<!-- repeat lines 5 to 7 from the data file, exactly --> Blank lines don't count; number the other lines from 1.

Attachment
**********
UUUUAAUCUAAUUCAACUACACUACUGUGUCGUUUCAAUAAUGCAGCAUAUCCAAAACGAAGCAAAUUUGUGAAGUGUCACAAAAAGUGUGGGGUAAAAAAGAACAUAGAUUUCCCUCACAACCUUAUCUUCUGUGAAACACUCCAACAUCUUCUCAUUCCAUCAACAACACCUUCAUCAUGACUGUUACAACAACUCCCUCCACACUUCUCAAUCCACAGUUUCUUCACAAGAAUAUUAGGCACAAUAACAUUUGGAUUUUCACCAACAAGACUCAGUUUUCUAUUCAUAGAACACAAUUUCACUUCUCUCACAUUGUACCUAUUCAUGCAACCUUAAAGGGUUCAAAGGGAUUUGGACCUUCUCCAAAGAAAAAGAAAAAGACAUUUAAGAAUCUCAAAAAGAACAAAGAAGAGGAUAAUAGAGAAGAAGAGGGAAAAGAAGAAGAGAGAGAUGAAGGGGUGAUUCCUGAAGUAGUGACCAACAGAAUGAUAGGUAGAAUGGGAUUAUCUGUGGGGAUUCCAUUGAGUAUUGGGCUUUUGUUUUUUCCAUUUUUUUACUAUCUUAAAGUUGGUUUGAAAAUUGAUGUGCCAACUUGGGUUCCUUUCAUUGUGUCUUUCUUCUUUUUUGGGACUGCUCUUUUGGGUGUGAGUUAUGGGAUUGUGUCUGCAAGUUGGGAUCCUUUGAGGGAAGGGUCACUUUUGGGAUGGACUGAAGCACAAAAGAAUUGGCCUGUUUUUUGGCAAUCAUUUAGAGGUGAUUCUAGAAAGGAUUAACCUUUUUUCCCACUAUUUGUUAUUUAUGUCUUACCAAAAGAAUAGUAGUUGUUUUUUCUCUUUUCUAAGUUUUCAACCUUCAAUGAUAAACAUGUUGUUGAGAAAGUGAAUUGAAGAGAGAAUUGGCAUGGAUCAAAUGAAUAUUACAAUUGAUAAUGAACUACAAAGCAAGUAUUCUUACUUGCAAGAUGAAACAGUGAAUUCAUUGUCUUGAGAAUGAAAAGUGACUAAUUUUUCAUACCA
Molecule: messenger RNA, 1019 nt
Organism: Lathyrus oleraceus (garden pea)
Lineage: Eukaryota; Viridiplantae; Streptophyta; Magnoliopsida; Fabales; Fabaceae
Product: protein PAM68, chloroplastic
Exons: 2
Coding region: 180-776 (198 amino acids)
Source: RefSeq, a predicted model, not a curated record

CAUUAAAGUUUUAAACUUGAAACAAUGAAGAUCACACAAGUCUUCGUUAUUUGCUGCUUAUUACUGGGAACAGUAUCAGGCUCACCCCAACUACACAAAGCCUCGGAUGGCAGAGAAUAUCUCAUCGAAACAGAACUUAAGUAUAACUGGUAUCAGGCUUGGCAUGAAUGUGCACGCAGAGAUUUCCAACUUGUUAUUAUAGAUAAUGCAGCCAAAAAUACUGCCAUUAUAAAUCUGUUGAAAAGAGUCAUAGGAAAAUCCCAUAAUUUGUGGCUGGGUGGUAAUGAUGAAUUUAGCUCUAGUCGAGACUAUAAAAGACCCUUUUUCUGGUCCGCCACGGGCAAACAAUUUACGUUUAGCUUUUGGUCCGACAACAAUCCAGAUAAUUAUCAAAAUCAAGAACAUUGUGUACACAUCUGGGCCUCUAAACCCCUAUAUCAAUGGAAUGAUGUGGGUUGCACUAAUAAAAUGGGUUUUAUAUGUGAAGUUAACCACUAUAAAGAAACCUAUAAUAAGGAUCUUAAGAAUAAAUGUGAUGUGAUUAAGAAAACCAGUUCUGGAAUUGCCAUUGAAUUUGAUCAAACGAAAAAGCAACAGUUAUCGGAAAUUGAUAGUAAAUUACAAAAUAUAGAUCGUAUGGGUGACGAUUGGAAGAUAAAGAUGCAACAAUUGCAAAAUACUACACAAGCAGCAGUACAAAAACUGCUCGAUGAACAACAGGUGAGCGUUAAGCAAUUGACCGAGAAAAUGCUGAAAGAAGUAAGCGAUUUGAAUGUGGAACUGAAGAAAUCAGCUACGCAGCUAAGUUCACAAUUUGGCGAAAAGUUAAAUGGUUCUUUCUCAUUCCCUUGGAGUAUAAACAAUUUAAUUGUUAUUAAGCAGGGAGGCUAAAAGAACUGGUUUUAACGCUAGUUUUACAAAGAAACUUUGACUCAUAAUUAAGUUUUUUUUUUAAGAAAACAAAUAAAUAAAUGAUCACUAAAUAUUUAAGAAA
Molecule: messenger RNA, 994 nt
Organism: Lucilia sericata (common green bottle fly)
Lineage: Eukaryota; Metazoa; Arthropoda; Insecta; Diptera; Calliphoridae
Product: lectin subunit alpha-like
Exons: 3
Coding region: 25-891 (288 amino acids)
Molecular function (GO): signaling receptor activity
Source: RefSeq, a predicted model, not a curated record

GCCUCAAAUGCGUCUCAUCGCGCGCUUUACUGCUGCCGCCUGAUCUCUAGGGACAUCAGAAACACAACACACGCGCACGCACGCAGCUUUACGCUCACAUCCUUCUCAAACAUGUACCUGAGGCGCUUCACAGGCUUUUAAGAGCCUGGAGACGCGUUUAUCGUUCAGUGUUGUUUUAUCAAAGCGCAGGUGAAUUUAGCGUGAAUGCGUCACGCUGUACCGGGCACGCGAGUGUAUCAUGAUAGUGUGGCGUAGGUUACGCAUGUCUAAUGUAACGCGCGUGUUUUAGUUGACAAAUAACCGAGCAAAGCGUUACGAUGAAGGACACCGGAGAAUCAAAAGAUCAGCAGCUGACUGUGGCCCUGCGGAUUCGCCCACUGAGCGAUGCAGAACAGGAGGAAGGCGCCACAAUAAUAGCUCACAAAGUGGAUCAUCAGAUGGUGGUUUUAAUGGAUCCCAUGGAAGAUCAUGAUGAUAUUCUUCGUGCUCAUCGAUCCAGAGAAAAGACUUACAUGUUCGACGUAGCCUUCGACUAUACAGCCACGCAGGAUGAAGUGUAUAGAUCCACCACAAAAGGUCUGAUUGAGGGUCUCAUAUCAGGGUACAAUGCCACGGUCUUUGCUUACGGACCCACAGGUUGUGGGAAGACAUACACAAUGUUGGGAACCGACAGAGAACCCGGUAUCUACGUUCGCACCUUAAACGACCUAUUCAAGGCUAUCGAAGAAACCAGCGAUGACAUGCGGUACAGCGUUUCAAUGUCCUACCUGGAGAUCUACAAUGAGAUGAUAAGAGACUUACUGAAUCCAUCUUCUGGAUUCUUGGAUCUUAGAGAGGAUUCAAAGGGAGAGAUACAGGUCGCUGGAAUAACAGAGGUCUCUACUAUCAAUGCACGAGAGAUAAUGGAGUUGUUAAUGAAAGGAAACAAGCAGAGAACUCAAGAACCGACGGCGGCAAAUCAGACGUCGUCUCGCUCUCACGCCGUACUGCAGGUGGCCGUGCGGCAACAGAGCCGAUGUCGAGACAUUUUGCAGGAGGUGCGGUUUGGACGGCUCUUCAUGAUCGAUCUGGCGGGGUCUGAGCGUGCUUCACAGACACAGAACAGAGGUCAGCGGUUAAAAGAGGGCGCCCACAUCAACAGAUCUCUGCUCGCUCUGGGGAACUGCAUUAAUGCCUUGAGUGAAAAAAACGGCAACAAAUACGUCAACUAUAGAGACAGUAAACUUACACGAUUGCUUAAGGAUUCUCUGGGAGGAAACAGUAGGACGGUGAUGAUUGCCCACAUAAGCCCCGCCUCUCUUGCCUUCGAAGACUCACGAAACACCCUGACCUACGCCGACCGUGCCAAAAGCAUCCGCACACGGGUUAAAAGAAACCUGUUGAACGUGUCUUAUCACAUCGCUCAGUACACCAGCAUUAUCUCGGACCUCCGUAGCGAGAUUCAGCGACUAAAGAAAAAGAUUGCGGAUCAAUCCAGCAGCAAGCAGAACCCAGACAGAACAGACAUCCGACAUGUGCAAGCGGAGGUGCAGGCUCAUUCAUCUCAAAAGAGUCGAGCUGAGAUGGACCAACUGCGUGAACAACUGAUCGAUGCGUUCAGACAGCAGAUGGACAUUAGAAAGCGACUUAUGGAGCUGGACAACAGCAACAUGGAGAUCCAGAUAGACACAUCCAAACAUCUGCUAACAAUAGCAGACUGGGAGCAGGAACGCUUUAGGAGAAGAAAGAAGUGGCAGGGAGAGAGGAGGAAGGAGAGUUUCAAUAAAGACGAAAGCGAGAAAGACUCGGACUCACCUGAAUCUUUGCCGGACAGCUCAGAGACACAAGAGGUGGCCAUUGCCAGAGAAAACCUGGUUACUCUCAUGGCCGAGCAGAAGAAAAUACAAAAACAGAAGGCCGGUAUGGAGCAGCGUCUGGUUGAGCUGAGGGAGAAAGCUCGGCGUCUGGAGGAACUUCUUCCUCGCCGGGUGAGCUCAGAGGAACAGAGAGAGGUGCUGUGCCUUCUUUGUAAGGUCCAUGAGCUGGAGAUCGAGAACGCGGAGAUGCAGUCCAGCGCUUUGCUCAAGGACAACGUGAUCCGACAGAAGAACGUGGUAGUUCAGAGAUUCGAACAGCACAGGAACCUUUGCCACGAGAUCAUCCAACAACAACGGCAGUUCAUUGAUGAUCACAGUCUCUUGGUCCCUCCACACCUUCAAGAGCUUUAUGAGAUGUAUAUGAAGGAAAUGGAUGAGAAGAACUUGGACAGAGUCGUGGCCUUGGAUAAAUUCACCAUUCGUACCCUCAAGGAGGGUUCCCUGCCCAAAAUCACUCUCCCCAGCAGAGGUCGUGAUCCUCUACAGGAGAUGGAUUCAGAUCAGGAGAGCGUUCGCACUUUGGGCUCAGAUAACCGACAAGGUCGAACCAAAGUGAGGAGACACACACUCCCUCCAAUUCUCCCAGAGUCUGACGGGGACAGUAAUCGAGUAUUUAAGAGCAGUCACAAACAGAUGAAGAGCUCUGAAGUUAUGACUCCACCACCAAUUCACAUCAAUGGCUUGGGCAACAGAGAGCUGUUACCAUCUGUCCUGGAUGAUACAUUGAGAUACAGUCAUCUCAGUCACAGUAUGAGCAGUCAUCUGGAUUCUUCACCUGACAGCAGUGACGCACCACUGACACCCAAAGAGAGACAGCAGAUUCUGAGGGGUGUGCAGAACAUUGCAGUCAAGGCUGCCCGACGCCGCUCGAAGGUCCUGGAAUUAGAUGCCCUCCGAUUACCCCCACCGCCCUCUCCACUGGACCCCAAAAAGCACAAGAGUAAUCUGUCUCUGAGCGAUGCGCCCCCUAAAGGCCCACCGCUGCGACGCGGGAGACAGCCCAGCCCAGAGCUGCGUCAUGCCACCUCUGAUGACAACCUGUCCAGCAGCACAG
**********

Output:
Product: protein PAM68, chloroplastic
Exons: 2
Coding region: 180-776 (198 amino acids)